Harmon argues that if the parties' intent is not clear from the Agreement's language, the question of contractual ambiguity is a question for the jury and not for the judge and the district court should not have reached this issue at the summary judgment stage. Under Illinois law, however, “whether a contract is ambiguous is a question of law for the court.” Shields Pork Plus, Inc. v. Swiss Valley Ag Serv., 329 Ill.App.3d 305, 263 Ill.Dec. 219, 767 N.E.2d 945, 949 (2002). It is true that once contractual ambiguity is established, the task of interpreting the contract's meaning generally becomes a question of fact for the jury. Cont'l Cas., 427 F.3d at 1041. In this case, however, the district court seemingly concluded that the extrinsic evidence at issue was undisputed and that the construction of the ambiguous contract was therefore a question of law for the court. We agree.
The extrinsic evidence relevant to the interpretation of the contract is Harmon's sworn deposition testimony from the Gordon lawsuit, which relates directly to the Agreement's duration. During his deposition, Harmon testified that the parties intended to execute a new agreement after Gordon's rookie contract. He indicated that at the time the parties executed the Agreement, he could not predict what a new contract would have said or even that Gordon would have entered into a second contract. Instead, he explained that the parties intended to engage in a negotiation about the terms of a second contract at the appropriate time.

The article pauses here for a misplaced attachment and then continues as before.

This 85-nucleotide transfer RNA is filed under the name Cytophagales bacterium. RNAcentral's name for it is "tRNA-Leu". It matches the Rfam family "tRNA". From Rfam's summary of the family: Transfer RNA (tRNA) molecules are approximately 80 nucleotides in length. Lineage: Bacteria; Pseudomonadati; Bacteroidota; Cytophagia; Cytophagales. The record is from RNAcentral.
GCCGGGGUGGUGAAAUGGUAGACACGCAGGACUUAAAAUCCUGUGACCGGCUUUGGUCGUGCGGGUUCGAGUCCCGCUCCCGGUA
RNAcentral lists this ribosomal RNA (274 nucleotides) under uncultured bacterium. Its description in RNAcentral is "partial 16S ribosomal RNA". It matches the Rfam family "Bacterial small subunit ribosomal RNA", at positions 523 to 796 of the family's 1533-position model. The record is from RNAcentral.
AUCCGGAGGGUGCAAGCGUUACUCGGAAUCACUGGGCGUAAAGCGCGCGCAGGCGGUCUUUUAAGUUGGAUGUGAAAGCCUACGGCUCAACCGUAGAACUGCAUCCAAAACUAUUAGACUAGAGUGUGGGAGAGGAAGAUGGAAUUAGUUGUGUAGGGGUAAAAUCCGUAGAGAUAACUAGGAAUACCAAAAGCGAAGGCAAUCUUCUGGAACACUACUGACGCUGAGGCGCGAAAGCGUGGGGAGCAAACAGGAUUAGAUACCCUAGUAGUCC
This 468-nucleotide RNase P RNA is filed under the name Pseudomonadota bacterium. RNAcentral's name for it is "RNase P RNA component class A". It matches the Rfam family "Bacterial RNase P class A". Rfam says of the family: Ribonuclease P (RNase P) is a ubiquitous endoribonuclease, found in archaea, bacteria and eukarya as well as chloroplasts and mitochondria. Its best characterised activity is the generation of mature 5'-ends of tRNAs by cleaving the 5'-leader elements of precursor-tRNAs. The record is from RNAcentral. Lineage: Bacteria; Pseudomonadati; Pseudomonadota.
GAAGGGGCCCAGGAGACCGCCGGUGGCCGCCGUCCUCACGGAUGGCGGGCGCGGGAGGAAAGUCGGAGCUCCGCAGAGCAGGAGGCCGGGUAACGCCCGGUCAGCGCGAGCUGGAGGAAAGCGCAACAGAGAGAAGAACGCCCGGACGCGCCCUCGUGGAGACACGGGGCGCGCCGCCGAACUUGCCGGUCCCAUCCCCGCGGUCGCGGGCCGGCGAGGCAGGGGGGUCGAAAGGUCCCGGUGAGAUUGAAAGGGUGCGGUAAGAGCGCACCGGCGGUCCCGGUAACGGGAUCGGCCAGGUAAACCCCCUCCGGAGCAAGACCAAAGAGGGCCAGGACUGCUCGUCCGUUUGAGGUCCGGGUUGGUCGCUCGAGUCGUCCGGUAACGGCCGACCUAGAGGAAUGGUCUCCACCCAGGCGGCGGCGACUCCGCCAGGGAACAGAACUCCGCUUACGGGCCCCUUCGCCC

In an apparent attempt to dispute this relevant extrinsic evidence, Harmon submitted a supplemental affidavit with his motion for summary judgment in the district court. In the affidavit, Harmon stated, “I have reviewed Gordon's assertion that the Agreement would only be in force for the first four years of Gordon's NBA career. This is incorrect. The Agreement specifically provided that LHA was to be Gordon's financial and tax adviser for the entire duration of Gordon's NBA playing career.” Dkt. 69 at 2. However, Harmon's representation directly contradicts his earlier deposition testimony, which clearly indicated the parties' intent to negotiate a new contract following Gordon's three or four seasons with the Bulls, and “the law of this circuit does not permit a party to create an issue of fact by submitting an affidavit whose conclusions contradict prior deposition or other sworn testimony.” Buckner v. Sam's Club, Inc., 75 F.3d 290, 292 (7th Cir.1996). Thus, assuming the Agreement's ambiguity, the district court appropriately considered the sworn deposition testimony in ascertaining the parties' intent.